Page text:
Anything that is truly a good would simply not give rise to such destructive and undignified behavior.

It is because abortion is not good but in fact a true, intrinisic evil that it inspires such behavior, behavior we seen from the Left on other hot topic issues of the day, which tells you also about the true nature of those ideologies (e.g., gender ideology).

Christ said that you can tell a tree by its fruit; a good tree produces good fruit, and bad one, bad fruit. I cannot see any other way to characterize the violence and intimidation of pro-abortion activists as bad fruit, which has invariably arisen from the bad tree of abortion itself.

Trey Hoffman

Peachtree City, Ga.


  1. Gee wiz, all this argument over something that didn’t happen???

    The recent SCOTUS decision didn’t make abortion illegal! It only returns us to the pepper starting point the the previous SCOTUS ruling screwed up – finding a right out of thin air to serve their views instead of reading the constitution, absurd. The judiciary that reframes clear language should be impeached. There are ways to amend the law and the judiciary doesn’t have that power and is committing a high crime when they presume to legislate.

    If Georgia ever legalized murder I’ll be inconvenienced but happy to move. You should do the same.

  2. As far as I am concerned, after reading the hysteria here …

    #1 anyone in this discussion who does not have or has never had a womb can just check out because the debate over abortion cannot and never will impact your physical body.

    #2 anyone who has or at some point had a womb who is still here, saying “abortion is murder,” can just check out because that sentence doesn’t tell me anything about the issue except how you, personally feel about it, and I don’t care.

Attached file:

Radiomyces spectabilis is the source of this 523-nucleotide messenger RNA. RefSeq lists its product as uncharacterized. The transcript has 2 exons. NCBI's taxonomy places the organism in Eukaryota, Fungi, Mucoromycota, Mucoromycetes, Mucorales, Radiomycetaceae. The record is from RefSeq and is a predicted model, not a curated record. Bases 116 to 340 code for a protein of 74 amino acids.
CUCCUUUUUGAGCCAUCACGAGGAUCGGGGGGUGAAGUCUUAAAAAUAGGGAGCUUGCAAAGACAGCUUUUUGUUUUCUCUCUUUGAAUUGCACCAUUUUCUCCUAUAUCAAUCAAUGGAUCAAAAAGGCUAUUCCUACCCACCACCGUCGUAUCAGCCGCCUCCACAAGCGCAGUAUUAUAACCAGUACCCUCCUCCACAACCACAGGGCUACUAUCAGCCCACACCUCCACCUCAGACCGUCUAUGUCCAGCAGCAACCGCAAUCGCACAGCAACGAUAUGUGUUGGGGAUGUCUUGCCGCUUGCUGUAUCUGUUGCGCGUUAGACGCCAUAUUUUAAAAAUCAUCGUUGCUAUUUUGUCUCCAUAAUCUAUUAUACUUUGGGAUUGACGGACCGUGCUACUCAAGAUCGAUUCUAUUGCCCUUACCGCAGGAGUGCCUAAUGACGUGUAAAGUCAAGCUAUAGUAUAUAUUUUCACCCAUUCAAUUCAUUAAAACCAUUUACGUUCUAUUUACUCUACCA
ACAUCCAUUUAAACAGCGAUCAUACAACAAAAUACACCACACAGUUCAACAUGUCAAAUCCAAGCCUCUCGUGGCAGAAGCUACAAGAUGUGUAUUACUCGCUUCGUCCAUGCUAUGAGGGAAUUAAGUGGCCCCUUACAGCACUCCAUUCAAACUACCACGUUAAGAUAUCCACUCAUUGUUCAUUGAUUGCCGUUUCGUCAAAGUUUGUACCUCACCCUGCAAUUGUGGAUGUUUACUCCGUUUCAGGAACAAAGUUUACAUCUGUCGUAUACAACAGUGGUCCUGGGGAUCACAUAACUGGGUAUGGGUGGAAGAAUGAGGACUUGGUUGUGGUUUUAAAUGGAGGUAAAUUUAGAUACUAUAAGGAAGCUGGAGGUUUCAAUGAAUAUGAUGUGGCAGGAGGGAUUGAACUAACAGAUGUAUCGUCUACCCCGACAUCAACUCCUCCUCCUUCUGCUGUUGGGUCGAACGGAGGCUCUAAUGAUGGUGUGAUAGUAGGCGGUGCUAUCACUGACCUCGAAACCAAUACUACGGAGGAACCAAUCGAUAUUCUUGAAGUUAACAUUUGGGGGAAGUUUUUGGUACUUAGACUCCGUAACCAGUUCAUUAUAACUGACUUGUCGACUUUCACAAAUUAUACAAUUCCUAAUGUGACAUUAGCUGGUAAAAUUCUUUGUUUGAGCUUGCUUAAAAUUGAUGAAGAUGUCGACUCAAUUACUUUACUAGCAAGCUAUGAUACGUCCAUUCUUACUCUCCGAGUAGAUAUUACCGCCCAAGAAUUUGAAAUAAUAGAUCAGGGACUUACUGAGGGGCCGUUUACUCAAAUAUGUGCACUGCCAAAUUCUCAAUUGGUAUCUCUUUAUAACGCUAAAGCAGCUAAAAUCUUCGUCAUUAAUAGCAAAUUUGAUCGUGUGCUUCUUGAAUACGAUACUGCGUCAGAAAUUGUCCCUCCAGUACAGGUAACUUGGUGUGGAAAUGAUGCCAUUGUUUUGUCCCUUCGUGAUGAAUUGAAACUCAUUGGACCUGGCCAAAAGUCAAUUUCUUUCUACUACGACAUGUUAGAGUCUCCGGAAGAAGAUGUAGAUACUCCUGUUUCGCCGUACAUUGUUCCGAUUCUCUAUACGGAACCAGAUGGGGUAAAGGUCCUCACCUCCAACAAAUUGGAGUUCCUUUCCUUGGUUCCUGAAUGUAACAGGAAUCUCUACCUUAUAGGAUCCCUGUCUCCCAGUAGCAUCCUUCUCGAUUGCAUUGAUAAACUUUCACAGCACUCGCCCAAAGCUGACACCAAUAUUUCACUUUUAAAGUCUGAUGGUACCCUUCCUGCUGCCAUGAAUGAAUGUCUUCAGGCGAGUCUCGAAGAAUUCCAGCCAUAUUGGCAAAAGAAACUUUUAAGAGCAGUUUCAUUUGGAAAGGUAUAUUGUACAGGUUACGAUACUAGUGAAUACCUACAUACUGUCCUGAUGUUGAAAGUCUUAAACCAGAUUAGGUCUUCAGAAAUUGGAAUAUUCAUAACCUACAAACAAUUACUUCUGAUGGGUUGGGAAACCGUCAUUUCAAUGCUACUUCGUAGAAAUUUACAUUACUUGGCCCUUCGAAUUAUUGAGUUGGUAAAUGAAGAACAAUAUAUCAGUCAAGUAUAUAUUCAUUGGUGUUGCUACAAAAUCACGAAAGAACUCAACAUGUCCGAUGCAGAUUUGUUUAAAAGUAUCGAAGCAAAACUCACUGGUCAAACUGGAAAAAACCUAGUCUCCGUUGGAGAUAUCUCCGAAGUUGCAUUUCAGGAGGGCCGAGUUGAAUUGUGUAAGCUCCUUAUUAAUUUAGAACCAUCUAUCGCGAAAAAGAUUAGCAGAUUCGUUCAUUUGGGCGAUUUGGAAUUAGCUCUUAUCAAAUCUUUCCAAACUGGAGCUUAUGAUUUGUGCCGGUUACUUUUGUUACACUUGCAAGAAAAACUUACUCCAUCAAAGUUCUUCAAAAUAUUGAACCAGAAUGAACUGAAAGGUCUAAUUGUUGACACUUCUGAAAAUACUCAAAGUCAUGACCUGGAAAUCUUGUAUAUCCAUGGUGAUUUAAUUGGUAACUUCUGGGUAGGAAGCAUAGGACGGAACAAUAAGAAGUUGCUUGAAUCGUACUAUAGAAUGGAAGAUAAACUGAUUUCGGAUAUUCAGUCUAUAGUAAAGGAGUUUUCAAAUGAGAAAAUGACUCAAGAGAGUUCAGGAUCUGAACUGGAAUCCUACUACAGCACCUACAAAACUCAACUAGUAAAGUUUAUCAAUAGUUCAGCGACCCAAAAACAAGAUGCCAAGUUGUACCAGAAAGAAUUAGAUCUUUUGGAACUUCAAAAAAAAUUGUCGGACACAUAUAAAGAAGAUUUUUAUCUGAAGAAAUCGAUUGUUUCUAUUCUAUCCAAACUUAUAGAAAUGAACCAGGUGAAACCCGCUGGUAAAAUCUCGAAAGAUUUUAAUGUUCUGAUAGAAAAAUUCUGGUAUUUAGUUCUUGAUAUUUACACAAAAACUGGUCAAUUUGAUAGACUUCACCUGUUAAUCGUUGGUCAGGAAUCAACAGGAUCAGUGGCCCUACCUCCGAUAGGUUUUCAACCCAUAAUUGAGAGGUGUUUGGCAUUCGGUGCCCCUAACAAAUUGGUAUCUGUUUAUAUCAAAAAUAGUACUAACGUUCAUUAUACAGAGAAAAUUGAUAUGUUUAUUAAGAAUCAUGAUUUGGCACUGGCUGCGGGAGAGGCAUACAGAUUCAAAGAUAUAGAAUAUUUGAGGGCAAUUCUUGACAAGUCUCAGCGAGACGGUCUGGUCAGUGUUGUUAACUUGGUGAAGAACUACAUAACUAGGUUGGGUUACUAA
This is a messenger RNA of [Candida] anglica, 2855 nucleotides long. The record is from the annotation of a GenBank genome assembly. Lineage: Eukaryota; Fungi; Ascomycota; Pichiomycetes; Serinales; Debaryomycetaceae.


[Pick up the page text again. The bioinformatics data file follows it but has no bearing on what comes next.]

#3 anyone who has or had a womb, who is not using the “murder” argument, but is for whatever reason saying, “well it’s not illegal, just inconvenient,” can either just check out or immediately advertise yourself online as the person who will provide transportation between legal and illegal abortion states, along with the funding to put the women up while they are traveling and being cared for.

    #4 anyone who as or had a womb, who is not using the “murder” argument, but is for whatever reason saying, “well it’s not illegal, just inconvenient,” and is now offering to provide transportation between legal and illegal abortion states, along with the funding to put the women up while they are traveling and being cared for, but is still in favor of the overturning of Roe v. Wade: I am now ready to hear your argument.

    What, no one left? Great. That takes care of the bulk of the anti-abortion rhetoric above.

    As for this …
    “Just how violent is it to prevent a life from being taken? I’d love to know your answer.” I don’t know what you are asking. “How violent is it to prevent a life from being taken?” is not a valid question in this argument. If you are asking, “How violent is it to force a woman to carry to term and be delivered of an unwanted pregnancy?” It is very violent. That’s why I compared it to forcing men to donate a kidney — although the risks and recovery and loss of time and earning power are all much greater for the women forced to endure an unwanted pregnancy.